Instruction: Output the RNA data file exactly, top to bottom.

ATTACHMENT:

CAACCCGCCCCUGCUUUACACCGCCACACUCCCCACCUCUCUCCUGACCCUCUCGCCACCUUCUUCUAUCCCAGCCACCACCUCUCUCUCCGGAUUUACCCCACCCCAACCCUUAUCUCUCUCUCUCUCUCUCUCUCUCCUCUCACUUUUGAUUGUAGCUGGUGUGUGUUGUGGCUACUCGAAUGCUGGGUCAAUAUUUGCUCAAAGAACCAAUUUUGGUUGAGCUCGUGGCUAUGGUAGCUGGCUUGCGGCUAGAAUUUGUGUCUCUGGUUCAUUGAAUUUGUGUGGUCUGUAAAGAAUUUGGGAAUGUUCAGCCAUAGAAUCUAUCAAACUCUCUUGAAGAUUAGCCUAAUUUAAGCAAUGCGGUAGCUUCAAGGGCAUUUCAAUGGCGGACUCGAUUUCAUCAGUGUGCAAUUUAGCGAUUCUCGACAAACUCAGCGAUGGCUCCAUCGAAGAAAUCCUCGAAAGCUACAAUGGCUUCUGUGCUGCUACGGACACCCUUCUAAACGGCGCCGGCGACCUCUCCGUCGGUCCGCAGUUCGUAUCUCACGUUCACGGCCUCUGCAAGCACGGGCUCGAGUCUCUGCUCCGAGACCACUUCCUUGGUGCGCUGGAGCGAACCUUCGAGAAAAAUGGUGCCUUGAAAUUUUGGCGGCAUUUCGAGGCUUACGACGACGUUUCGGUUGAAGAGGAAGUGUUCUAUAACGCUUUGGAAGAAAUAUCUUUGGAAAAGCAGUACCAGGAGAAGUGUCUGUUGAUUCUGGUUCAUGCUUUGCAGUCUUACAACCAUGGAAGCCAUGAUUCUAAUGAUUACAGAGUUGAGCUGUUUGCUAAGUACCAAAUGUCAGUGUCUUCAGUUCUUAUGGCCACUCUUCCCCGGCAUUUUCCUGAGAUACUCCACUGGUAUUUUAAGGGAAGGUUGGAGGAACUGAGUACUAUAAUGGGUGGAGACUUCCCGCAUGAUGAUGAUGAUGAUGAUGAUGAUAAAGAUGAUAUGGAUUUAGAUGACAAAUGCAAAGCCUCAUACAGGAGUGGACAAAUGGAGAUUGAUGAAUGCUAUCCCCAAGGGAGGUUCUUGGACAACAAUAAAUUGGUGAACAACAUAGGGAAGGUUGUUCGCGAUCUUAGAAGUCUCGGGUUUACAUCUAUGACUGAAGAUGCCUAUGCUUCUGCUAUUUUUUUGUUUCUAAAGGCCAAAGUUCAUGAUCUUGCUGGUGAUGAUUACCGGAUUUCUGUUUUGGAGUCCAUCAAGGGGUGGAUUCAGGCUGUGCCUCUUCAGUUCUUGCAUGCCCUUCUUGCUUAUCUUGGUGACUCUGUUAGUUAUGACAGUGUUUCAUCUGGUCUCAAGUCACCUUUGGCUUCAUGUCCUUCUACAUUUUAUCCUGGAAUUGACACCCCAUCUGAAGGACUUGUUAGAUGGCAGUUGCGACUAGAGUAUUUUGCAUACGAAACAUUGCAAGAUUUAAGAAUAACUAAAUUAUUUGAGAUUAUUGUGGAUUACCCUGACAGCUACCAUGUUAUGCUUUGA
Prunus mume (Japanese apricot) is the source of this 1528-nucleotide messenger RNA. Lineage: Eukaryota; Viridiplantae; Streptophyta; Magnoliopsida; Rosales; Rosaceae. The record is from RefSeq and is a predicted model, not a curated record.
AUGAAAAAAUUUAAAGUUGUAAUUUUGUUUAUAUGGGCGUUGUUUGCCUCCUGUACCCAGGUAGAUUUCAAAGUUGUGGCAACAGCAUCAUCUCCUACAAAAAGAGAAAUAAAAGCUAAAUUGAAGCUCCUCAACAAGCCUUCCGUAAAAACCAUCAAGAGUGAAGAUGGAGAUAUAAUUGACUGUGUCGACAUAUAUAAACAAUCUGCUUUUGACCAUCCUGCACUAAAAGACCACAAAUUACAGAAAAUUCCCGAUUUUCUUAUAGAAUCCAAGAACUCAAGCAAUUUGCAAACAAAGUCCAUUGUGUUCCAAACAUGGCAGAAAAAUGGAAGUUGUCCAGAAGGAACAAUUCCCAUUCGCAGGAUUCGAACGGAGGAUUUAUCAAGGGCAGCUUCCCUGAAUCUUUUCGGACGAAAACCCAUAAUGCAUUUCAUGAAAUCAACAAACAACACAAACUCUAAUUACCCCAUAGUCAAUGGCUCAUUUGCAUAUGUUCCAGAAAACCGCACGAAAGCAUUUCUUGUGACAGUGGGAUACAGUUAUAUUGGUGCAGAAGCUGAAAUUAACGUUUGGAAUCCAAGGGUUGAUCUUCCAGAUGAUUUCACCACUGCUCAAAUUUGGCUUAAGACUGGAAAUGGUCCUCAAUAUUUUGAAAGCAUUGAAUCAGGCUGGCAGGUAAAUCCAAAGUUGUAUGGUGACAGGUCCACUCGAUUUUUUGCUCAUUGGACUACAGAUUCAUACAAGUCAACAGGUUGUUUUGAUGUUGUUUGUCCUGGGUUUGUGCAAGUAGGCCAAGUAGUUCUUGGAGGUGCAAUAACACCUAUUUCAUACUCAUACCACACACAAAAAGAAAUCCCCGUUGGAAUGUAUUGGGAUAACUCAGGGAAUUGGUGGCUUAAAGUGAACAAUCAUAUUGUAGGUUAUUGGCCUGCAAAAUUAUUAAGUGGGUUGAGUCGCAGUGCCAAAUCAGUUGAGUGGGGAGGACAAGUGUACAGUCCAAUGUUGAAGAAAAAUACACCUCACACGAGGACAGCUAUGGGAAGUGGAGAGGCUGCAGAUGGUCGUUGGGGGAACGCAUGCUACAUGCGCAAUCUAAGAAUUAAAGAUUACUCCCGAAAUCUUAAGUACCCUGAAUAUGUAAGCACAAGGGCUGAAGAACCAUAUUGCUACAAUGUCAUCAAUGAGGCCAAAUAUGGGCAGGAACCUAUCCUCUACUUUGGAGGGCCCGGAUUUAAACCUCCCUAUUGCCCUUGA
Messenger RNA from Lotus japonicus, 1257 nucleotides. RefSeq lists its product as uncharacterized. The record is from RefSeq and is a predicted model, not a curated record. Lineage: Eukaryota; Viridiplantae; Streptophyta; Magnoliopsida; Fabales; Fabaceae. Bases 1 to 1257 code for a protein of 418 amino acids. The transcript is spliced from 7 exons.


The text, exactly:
CAACCCGCCCCUGCUUUACACCGCCACACUCCCCACCUCUCUCCUGACCCUCUCGCCACCUUCUUCUAUCCCAGCCACCACCUCUCUCUCCGGAUUUACCCCACCCCAACCCUUAUCUCUCUCUCUCUCUCUCUCUCUCCUCUCACUUUUGAUUGUAGCUGGUGUGUGUUGUGGCUACUCGAAUGCUGGGUCAAUAUUUGCUCAAAGAACCAAUUUUGGUUGAGCUCGUGGCUAUGGUAGCUGGCUUGCGGCUAGAAUUUGUGUCUCUGGUUCAUUGAAUUUGUGUGGUCUGUAAAGAAUUUGGGAAUGUUCAGCCAUAGAAUCUAUCAAACUCUCUUGAAGAUUAGCCUAAUUUAAGCAAUGCGGUAGCUUCAAGGGCAUUUCAAUGGCGGACUCGAUUUCAUCAGUGUGCAAUUUAGCGAUUCUCGACAAACUCAGCGAUGGCUCCAUCGAAGAAAUCCUCGAAAGCUACAAUGGCUUCUGUGCUGCUACGGACACCCUUCUAAACGGCGCCGGCGACCUCUCCGUCGGUCCGCAGUUCGUAUCUCACGUUCACGGCCUCUGCAAGCACGGGCUCGAGUCUCUGCUCCGAGACCACUUCCUUGGUGCGCUGGAGCGAACCUUCGAGAAAAAUGGUGCCUUGAAAUUUUGGCGGCAUUUCGAGGCUUACGACGACGUUUCGGUUGAAGAGGAAGUGUUCUAUAACGCUUUGGAAGAAAUAUCUUUGGAAAAGCAGUACCAGGAGAAGUGUCUGUUGAUUCUGGUUCAUGCUUUGCAGUCUUACAACCAUGGAAGCCAUGAUUCUAAUGAUUACAGAGUUGAGCUGUUUGCUAAGUACCAAAUGUCAGUGUCUUCAGUUCUUAUGGCCACUCUUCCCCGGCAUUUUCCUGAGAUACUCCACUGGUAUUUUAAGGGAAGGUUGGAGGAACUGAGUACUAUAAUGGGUGGAGACUUCCCGCAUGAUGAUGAUGAUGAUGAUGAUGAUAAAGAUGAUAUGGAUUUAGAUGACAAAUGCAAAGCCUCAUACAGGAGUGGACAAAUGGAGAUUGAUGAAUGCUAUCCCCAAGGGAGGUUCUUGGACAACAAUAAAUUGGUGAACAACAUAGGGAAGGUUGUUCGCGAUCUUAGAAGUCUCGGGUUUACAUCUAUGACUGAAGAUGCCUAUGCUUCUGCUAUUUUUUUGUUUCUAAAGGCCAAAGUUCAUGAUCUUGCUGGUGAUGAUUACCGGAUUUCUGUUUUGGAGUCCAUCAAGGGGUGGAUUCAGGCUGUGCCUCUUCAGUUCUUGCAUGCCCUUCUUGCUUAUCUUGGUGACUCUGUUAGUUAUGACAGUGUUUCAUCUGGUCUCAAGUCACCUUUGGCUUCAUGUCCUUCUACAUUUUAUCCUGGAAUUGACACCCCAUCUGAAGGACUUGUUAGAUGGCAGUUGCGACUAGAGUAUUUUGCAUACGAAACAUUGCAAGAUUUAAGAAUAACUAAAUUAUUUGAGAUUAUUGUGGAUUACCCUGACAGCUACCAUGUUAUGCUUUGA
Prunus mume (Japanese apricot) is the source of this 1528-nucleotide messenger RNA. Lineage: Eukaryota; Viridiplantae; Streptophyta; Magnoliopsida; Rosales; Rosaceae. The record is from RefSeq and is a predicted model, not a curated record.
AUGAAAAAAUUUAAAGUUGUAAUUUUGUUUAUAUGGGCGUUGUUUGCCUCCUGUACCCAGGUAGAUUUCAAAGUUGUGGCAACAGCAUCAUCUCCUACAAAAAGAGAAAUAAAAGCUAAAUUGAAGCUCCUCAACAAGCCUUCCGUAAAAACCAUCAAGAGUGAAGAUGGAGAUAUAAUUGACUGUGUCGACAUAUAUAAACAAUCUGCUUUUGACCAUCCUGCACUAAAAGACCACAAAUUACAGAAAAUUCCCGAUUUUCUUAUAGAAUCCAAGAACUCAAGCAAUUUGCAAACAAAGUCCAUUGUGUUCCAAACAUGGCAGAAAAAUGGAAGUUGUCCAGAAGGAACAAUUCCCAUUCGCAGGAUUCGAACGGAGGAUUUAUCAAGGGCAGCUUCCCUGAAUCUUUUCGGACGAAAACCCAUAAUGCAUUUCAUGAAAUCAACAAACAACACAAACUCUAAUUACCCCAUAGUCAAUGGCUCAUUUGCAUAUGUUCCAGAAAACCGCACGAAAGCAUUUCUUGUGACAGUGGGAUACAGUUAUAUUGGUGCAGAAGCUGAAAUUAACGUUUGGAAUCCAAGGGUUGAUCUUCCAGAUGAUUUCACCACUGCUCAAAUUUGGCUUAAGACUGGAAAUGGUCCUCAAUAUUUUGAAAGCAUUGAAUCAGGCUGGCAGGUAAAUCCAAAGUUGUAUGGUGACAGGUCCACUCGAUUUUUUGCUCAUUGGACUACAGAUUCAUACAAGUCAACAGGUUGUUUUGAUGUUGUUUGUCCUGGGUUUGUGCAAGUAGGCCAAGUAGUUCUUGGAGGUGCAAUAACACCUAUUUCAUACUCAUACCACACACAAAAAGAAAUCCCCGUUGGAAUGUAUUGGGAUAACUCAGGGAAUUGGUGGCUUAAAGUGAACAAUCAUAUUGUAGGUUAUUGGCCUGCAAAAUUAUUAAGUGGGUUGAGUCGCAGUGCCAAAUCAGUUGAGUGGGGAGGACAAGUGUACAGUCCAAUGUUGAAGAAAAAUACACCUCACACGAGGACAGCUAUGGGAAGUGGAGAGGCUGCAGAUGGUCGUUGGGGGAACGCAUGCUACAUGCGCAAUCUAAGAAUUAAAGAUUACUCCCGAAAUCUUAAGUACCCUGAAUAUGUAAGCACAAGGGCUGAAGAACCAUAUUGCUACAAUGUCAUCAAUGAGGCCAAAUAUGGGCAGGAACCUAUCCUCUACUUUGGAGGGCCCGGAUUUAAACCUCCCUAUUGCCCUUGA
Messenger RNA from Lotus japonicus, 1257 nucleotides. RefSeq lists its product as uncharacterized. The record is from RefSeq and is a predicted model, not a curated record. Lineage: Eukaryota; Viridiplantae; Streptophyta; Magnoliopsida; Fabales; Fabaceae. Bases 1 to 1257 code for a protein of 418 amino acids. The transcript is spliced from 7 exons.